My upcycling project was made both to fulfill the assignment requirement of this class and to be a part of a personal project I have. I created a switch panel for mounting multiple toggle switches. The switch panel is intended to be installed on a wall.
If you read my previous upcycle project design process post you may recall that I wanted to make a messenger bag strap out of a seatbelt, but was unable to find the old seatbelts I had. I did eventually find the seatbelts, but chose not to go that route for my upcycling project because it seemed too simple. All I would really need to do is attach the seatbelt sections to a bag using carabiniers or something. I probably still will do that project some day.
I made my switch panel out of an old HVAC duct piece. An unused piece of fresh sheet metal was also at my disposal, but that seemed to defeat the purpose of an upcycling project. This was one of my first times working with sheet metal. Looking at the final product it is evident that I am not an experienced metal worker, but I am still pleased with it. Here are some photos of the build process and some of the tools I used.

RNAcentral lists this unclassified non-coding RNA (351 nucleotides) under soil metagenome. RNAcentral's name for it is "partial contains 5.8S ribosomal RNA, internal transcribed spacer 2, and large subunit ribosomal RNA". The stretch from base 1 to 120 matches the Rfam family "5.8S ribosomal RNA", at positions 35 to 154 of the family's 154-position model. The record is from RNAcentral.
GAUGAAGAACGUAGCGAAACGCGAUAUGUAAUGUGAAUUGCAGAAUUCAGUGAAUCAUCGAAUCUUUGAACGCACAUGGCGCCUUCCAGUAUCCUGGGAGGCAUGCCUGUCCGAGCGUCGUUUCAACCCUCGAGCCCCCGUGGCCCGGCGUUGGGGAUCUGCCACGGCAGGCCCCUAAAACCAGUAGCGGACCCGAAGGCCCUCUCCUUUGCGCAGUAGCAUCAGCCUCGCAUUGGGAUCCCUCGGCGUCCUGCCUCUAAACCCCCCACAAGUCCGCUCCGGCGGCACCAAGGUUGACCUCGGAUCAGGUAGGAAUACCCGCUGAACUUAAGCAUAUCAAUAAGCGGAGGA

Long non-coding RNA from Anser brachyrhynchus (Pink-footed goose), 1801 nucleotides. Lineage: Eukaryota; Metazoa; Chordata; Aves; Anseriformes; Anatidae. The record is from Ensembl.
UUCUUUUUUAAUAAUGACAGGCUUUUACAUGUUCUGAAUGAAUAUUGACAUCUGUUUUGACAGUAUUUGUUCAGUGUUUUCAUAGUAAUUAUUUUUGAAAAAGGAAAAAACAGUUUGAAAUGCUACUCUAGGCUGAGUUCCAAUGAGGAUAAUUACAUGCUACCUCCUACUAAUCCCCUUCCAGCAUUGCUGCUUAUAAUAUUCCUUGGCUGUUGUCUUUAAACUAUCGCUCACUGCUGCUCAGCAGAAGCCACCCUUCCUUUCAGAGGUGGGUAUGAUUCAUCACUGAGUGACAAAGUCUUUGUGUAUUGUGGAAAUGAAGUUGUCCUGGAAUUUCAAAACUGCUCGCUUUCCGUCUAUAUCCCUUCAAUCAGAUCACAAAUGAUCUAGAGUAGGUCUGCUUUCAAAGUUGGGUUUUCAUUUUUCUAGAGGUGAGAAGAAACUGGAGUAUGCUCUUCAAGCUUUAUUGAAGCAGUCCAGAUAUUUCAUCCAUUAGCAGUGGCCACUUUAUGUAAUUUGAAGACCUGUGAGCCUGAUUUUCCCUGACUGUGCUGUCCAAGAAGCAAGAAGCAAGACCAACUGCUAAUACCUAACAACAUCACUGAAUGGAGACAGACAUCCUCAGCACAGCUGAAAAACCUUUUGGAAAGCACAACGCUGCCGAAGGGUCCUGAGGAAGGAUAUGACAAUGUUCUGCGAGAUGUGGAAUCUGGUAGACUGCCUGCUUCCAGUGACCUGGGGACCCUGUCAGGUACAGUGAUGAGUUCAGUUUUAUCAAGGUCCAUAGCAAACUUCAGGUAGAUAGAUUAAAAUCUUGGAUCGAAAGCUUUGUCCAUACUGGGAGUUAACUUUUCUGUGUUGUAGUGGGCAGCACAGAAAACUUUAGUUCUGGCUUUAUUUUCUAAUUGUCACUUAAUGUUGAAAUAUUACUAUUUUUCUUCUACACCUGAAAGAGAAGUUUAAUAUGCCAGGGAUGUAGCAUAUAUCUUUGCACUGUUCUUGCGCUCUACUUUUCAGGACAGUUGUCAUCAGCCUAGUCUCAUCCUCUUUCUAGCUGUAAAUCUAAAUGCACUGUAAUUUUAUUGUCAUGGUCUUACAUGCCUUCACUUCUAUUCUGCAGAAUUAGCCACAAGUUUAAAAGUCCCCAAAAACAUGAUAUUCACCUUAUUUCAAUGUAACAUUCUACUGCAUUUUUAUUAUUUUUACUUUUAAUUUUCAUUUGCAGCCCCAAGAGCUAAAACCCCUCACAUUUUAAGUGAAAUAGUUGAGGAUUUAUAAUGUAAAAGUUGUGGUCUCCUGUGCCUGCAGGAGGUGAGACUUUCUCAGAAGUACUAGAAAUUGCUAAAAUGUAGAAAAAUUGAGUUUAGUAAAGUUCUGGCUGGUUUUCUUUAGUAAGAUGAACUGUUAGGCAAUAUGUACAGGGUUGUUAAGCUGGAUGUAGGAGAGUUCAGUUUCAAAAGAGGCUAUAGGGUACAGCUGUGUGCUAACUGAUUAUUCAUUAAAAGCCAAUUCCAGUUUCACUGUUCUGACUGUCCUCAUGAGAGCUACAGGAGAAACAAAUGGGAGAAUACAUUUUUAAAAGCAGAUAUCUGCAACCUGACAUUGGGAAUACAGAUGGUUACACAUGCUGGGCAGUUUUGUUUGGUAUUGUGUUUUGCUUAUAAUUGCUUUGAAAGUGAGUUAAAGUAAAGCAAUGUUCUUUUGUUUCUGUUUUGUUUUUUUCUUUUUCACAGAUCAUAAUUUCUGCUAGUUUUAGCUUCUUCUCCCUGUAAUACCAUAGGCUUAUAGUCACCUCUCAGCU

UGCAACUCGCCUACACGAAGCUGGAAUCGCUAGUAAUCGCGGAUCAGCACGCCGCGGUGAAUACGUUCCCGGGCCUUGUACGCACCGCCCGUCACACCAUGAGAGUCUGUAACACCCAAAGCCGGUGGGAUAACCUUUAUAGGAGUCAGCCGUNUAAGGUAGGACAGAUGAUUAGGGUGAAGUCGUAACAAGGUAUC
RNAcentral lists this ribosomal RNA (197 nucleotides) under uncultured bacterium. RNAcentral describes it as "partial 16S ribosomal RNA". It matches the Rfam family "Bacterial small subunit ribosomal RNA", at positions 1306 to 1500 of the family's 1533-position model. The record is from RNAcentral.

It took two attempts to make the main switch panel housing. A back plate was also made.
I would have really liked to use old-school-style toggle switches, but would have have to buy them brand new. The switches used instead I got at a Radioshack “going out of business” sale and they were super cheap. Even though they are unused, it felt more appropriate to use them in this project than to go out and buy more switches.
I put aluminum trim around the edges of the switch panel. This was also an upcycle material. In a previous life it was the metal strips on a bus floor, sometimes known as runners.
The paint color I chose inspired by the cockpits of Russian aircraft. Fighters, freighters and airlines have a blue-green painted cockpit. This is supposedly because the color was calming to pilots and kept them awake.
Embossed labels were used to label each switch. The embossed labels, toggle switches, and blue-green paint all contribute to an airplane cockpit aesthetic.
Overall I am happy with the outcome of this project. I think it did a good job of reusing materials, achieves the usefulness goal, and bears the desired aesthetic. There is, however, room for improvement. It would look more professional if edges were straighter and if surfaces were flatter. As mentioned before, the older, all metal toggle switches would be cooler. The biggest flaw is the aluminum trim. It is not straight or even. I shaped and cut it using only pliers. Better tools probably would have made it look nicer. It also is not evenly spaced. If I had taken more time to line it up properly it could have looked better. I will probably do this before installing the switch panel at its new home on the wall.